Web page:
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Economy

Household spending on children in Vietnam surges

Rising incomes prompt parents to fork out for goods, extracurricular activities

Vietnam's Bang Linh is seeing more children enroll in its swimming classes.

HANOI -- Rising incomes in Vietnam are encouraging parents and grandparents to spend more for their children, fueling the expansion of baby store chains as well as expensive educational services such as in-home tutoring programs and swimming lessons.

According to local news media VietNamNet, the market for children's goods last year skyrocketed to $7 billion.

The market boom is reflected in the so-called "angel" coefficient, which shows the proportion of the cost of raising a child including buying toys and extracurricular activities in household outlays -- a pun coined by Nomura Securities on the Engel's coefficient, which measures food spending.

Behind this trend is the country's growing economy, which is augmenting household incomes. More money in family coffers means that the number of families opting to have three or more children is increasing, indicating that the country's decadeslong two-child policy has become ineffectual. The policy, in place since 1988, was designed to curb population growth.

The six-story Bibo Mart store on Pham Ngoc Thach street in Hanoi not only sells baby essentials but also features a room where free child-rearing seminars are held. Sales at the store have soared some 30% on the year; young mothers flock there on weekends.

The number of Bibo Mart stores is expected to quadruple to 500 by 2019.

Pham Thi Hue, a 31-year-old mother who has one-and-a-half years old twins, said she cannot help but buy clothes, toys and other child-related items because of the wide product lineup and quality services at the store.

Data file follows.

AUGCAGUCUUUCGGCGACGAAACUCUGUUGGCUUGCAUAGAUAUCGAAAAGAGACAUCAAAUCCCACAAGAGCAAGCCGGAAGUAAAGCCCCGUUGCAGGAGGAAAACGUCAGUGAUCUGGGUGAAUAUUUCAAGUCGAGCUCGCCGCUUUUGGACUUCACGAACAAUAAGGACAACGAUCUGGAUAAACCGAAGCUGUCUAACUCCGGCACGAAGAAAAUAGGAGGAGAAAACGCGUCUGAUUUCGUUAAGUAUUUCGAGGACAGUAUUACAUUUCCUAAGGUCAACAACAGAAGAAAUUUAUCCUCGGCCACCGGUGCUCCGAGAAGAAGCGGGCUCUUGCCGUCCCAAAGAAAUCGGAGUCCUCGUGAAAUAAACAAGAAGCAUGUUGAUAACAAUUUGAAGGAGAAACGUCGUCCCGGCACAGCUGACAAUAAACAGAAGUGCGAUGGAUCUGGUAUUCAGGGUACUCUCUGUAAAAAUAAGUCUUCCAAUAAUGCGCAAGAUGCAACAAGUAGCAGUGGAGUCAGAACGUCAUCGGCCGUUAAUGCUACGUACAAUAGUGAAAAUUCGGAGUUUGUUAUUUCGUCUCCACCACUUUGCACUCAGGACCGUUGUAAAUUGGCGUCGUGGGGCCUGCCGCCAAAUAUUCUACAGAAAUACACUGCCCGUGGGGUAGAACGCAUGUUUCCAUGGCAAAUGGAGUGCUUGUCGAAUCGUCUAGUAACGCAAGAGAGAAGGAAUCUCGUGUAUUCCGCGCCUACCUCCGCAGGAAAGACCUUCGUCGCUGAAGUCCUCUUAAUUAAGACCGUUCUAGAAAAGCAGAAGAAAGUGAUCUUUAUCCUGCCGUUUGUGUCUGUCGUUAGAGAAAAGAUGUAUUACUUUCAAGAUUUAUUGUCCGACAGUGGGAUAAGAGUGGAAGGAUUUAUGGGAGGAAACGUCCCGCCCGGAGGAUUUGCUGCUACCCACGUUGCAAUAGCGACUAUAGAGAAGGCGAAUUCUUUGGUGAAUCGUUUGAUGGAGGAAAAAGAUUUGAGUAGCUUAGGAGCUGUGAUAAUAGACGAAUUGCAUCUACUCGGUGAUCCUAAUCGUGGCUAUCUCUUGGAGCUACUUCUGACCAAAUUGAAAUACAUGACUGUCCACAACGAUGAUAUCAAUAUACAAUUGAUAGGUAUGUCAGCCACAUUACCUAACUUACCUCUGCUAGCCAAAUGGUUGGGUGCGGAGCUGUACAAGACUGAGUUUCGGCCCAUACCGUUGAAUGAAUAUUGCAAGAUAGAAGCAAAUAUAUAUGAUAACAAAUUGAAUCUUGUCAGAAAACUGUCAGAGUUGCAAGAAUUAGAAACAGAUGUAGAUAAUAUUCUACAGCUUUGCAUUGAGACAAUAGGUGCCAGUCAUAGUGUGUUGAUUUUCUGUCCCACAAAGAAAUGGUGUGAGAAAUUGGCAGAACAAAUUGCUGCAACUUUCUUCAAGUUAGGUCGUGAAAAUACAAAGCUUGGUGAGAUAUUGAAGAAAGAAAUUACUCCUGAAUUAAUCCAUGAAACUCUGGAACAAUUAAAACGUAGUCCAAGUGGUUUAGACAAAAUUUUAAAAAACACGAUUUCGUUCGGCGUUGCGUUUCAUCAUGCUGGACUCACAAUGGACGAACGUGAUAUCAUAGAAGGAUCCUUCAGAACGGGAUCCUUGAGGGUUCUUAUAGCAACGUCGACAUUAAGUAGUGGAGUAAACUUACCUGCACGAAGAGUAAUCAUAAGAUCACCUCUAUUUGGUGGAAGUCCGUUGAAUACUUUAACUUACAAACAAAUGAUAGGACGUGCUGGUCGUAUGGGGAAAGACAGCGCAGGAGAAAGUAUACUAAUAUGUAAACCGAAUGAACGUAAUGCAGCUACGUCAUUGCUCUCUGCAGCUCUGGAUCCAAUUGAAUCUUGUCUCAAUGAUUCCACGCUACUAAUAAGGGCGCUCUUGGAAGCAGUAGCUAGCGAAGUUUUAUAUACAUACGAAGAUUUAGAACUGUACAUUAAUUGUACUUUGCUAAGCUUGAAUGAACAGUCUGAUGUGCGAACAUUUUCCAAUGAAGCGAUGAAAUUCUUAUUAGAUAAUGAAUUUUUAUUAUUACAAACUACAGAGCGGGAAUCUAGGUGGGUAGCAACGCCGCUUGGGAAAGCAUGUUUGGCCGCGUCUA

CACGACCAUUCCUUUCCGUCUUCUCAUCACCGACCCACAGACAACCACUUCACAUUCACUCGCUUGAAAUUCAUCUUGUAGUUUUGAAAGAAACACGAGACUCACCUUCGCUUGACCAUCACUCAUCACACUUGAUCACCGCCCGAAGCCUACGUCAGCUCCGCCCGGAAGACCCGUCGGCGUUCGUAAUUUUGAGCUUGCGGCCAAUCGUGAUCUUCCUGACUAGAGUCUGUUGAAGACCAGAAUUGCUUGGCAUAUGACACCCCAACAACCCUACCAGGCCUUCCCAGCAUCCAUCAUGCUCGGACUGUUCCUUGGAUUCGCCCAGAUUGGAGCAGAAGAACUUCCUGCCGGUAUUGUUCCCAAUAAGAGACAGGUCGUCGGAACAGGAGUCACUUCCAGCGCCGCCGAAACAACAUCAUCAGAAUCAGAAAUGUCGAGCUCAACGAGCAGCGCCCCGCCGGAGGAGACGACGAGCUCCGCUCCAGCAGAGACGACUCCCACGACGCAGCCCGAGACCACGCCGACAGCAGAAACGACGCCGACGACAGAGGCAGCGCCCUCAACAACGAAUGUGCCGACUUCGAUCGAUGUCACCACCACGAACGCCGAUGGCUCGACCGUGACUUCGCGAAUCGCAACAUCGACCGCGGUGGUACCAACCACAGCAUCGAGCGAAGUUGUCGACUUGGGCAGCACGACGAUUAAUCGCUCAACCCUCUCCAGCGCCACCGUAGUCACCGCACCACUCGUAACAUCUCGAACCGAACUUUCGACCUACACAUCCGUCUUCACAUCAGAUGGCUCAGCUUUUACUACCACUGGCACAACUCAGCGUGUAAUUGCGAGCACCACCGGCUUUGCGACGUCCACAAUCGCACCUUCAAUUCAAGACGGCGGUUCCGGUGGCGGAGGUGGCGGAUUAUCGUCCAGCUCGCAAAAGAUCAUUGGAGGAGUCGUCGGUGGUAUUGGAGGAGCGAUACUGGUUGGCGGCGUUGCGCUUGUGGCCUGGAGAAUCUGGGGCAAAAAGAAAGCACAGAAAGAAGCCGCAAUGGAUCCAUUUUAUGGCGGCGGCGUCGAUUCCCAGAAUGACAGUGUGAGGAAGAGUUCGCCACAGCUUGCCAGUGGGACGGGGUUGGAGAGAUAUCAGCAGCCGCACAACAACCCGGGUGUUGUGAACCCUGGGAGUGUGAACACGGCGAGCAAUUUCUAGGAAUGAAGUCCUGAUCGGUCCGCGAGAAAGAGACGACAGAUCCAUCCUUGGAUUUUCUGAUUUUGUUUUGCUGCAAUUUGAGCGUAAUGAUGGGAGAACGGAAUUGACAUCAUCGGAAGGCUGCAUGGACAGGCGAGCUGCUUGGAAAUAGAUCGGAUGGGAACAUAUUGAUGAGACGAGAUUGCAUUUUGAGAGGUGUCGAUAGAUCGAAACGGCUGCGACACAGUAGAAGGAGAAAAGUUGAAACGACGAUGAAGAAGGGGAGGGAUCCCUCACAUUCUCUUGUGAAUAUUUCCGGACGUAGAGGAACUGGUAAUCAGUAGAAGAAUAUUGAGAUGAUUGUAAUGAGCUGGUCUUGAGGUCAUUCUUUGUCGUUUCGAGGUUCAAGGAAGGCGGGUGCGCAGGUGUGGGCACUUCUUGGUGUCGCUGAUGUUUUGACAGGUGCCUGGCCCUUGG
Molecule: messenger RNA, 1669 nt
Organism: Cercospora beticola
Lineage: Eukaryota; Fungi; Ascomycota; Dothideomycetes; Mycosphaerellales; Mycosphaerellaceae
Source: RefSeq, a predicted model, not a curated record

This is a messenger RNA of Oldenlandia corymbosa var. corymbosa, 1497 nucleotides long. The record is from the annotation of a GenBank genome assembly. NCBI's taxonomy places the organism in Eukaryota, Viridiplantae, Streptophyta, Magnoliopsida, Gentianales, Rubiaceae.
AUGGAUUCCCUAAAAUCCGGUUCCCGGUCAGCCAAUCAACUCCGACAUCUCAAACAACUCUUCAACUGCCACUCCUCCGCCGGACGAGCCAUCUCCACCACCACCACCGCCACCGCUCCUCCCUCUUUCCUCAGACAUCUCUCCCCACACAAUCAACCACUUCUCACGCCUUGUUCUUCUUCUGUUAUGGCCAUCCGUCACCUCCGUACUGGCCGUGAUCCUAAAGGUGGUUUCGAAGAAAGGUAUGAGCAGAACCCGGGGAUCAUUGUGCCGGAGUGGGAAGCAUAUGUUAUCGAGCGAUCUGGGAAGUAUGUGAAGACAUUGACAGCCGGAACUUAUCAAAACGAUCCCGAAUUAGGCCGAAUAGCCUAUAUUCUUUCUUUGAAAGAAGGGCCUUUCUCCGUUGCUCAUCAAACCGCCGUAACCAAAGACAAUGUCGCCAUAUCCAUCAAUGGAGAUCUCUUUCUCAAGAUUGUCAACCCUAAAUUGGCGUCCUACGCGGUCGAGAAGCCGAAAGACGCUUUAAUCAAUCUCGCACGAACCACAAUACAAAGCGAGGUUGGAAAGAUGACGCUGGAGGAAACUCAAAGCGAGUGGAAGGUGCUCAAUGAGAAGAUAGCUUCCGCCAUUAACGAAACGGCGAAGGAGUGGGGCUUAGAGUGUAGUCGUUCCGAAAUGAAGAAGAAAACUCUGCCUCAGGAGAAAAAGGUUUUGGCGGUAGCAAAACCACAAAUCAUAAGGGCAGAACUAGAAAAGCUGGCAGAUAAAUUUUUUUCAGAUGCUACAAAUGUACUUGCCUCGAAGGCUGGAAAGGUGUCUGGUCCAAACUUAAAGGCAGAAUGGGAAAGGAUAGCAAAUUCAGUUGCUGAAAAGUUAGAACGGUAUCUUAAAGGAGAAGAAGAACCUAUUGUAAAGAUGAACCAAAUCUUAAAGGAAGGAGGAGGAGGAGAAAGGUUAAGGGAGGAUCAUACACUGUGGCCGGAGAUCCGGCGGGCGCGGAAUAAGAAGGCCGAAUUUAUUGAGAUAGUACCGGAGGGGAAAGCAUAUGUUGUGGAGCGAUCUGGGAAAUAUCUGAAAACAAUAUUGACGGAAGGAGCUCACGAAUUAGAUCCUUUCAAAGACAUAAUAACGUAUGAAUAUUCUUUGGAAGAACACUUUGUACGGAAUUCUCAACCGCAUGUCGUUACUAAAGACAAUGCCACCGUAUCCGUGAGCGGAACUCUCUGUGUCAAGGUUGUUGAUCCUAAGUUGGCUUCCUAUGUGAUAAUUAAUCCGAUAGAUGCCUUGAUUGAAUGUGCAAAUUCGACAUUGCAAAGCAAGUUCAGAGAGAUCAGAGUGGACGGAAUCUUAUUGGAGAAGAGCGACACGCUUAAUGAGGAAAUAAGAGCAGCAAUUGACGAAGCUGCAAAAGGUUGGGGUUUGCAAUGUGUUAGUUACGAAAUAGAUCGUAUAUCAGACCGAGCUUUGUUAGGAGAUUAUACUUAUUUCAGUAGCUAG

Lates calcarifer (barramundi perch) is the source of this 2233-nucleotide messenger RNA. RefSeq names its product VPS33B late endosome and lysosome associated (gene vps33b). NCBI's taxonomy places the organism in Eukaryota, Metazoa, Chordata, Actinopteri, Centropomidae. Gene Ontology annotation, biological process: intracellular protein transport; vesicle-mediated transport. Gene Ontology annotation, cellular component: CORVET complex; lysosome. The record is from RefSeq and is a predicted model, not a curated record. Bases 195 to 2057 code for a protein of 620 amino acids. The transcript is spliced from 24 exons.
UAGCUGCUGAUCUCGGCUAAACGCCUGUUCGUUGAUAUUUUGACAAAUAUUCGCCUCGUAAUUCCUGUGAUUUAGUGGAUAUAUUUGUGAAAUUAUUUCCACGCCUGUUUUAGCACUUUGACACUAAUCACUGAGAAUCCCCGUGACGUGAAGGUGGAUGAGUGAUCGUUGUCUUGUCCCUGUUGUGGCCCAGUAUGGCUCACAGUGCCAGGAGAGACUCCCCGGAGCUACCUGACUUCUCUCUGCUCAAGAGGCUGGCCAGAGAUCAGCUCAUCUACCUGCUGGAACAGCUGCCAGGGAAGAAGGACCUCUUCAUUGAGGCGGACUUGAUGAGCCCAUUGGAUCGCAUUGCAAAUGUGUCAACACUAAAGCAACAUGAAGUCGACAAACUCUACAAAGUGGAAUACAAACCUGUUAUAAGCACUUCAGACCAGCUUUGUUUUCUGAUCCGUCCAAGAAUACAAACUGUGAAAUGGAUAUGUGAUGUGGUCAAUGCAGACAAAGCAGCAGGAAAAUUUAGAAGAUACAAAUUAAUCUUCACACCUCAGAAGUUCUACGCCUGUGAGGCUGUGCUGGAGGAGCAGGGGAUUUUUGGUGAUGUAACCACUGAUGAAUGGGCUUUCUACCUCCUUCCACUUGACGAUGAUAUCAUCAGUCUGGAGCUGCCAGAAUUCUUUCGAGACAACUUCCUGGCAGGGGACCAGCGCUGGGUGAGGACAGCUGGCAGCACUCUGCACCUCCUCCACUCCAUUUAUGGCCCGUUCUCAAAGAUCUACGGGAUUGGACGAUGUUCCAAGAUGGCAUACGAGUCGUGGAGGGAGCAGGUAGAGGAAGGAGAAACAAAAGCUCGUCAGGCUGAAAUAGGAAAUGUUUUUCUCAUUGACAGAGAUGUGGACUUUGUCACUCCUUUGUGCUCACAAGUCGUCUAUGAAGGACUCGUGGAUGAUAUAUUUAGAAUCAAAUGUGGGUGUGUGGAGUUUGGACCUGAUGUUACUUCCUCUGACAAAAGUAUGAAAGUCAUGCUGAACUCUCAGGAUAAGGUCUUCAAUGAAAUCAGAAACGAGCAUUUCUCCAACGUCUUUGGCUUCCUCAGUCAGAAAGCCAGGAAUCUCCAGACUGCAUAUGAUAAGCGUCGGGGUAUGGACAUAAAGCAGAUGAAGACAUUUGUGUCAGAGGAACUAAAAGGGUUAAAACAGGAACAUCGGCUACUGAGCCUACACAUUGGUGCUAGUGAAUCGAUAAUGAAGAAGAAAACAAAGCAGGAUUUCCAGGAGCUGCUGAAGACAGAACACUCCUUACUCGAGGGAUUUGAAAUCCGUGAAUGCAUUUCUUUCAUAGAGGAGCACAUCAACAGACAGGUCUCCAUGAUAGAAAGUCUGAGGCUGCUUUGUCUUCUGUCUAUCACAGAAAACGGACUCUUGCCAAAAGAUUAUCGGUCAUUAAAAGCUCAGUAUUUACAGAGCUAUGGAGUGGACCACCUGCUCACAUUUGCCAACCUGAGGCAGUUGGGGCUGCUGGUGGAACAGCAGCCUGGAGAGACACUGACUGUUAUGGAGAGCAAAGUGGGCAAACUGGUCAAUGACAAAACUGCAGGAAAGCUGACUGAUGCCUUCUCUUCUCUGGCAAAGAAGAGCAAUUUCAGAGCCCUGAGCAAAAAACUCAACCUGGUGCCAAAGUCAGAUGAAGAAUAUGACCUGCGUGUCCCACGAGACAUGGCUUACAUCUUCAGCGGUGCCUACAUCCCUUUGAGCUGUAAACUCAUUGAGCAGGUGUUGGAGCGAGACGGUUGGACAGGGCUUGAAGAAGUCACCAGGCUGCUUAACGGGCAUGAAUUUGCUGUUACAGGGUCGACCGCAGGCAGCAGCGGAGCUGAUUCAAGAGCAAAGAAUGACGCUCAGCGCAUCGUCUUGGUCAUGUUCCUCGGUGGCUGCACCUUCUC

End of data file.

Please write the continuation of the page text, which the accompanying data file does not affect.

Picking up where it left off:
Bibo Mart is a major baby goods retail chain with 120 stores across Vietnam. The company expects to quadruple the number of stores to 500 by 2019. It is attracting attention from entities such as an investment fund under Sumitomo Corp., which is financing Bibo Mart.

The number of other baby-related stores -- Concung and Kids Plaza -- in the country has ballooned to 133 and 71, respectively, over the last few years.

Hot-selling products such as strollers, powdered milk and diapers are mostly imports. Another baby goods retailer, Soc & Brothers, which partners with Japanese snack maker Ezaki Glico and other companies, saw its sales of strollers in January to July rise 30-50% on the year.

Strollers made by Japan's Aprica Children's Products and Combi are popular; the hot-selling ones carry a price tag of 5 million dong to 8 million dong ($220 to $352).

Soc & Brothers marketing official Dao Viet Hung said the number of customers who choose high quality, expensive products is growing.

Education-focused

Education-related expenses for children are also on the upswing. Sao Viet has 100 instructors, most of whom are university students, and dispatches them to teach in homes.

The tutoring service costs 120,000 dong for two hours, 20-30% higher than cram schools charge.

Still, several dozen new applications for the service are submitted every month, according to a Sao Viet official.

Many parents have their children attend "living skills" courses, which have become popular in Vietnam. Most such courses teach children military survival techniques or offer them a chance to experience a different culture. But they are costly.

IEDV provides expensive courses such as a nine-day, 8 million dong course, and the number of users has jumped more than 20% since 2016.

Swimming lessons are also increasingly popular.

Most schools in Vietnam are too small to have a pool, so few schools offer swimming lessons.

An increasing number of parents have been sending their children to swimming lessons as a way to prevent water-related accidents.

Bang Linh, is a major provider of swimming classes, together with its Japanese partner Renaissance.

The price for the average course of classes offered by Bang Linh is 1 million dong per month, considerably expensive judging from the average income in Vietnam. However, the number of children taking the lessons during the summer through early August grew roughly 50% from the same period last year, said a Bang Linh official.

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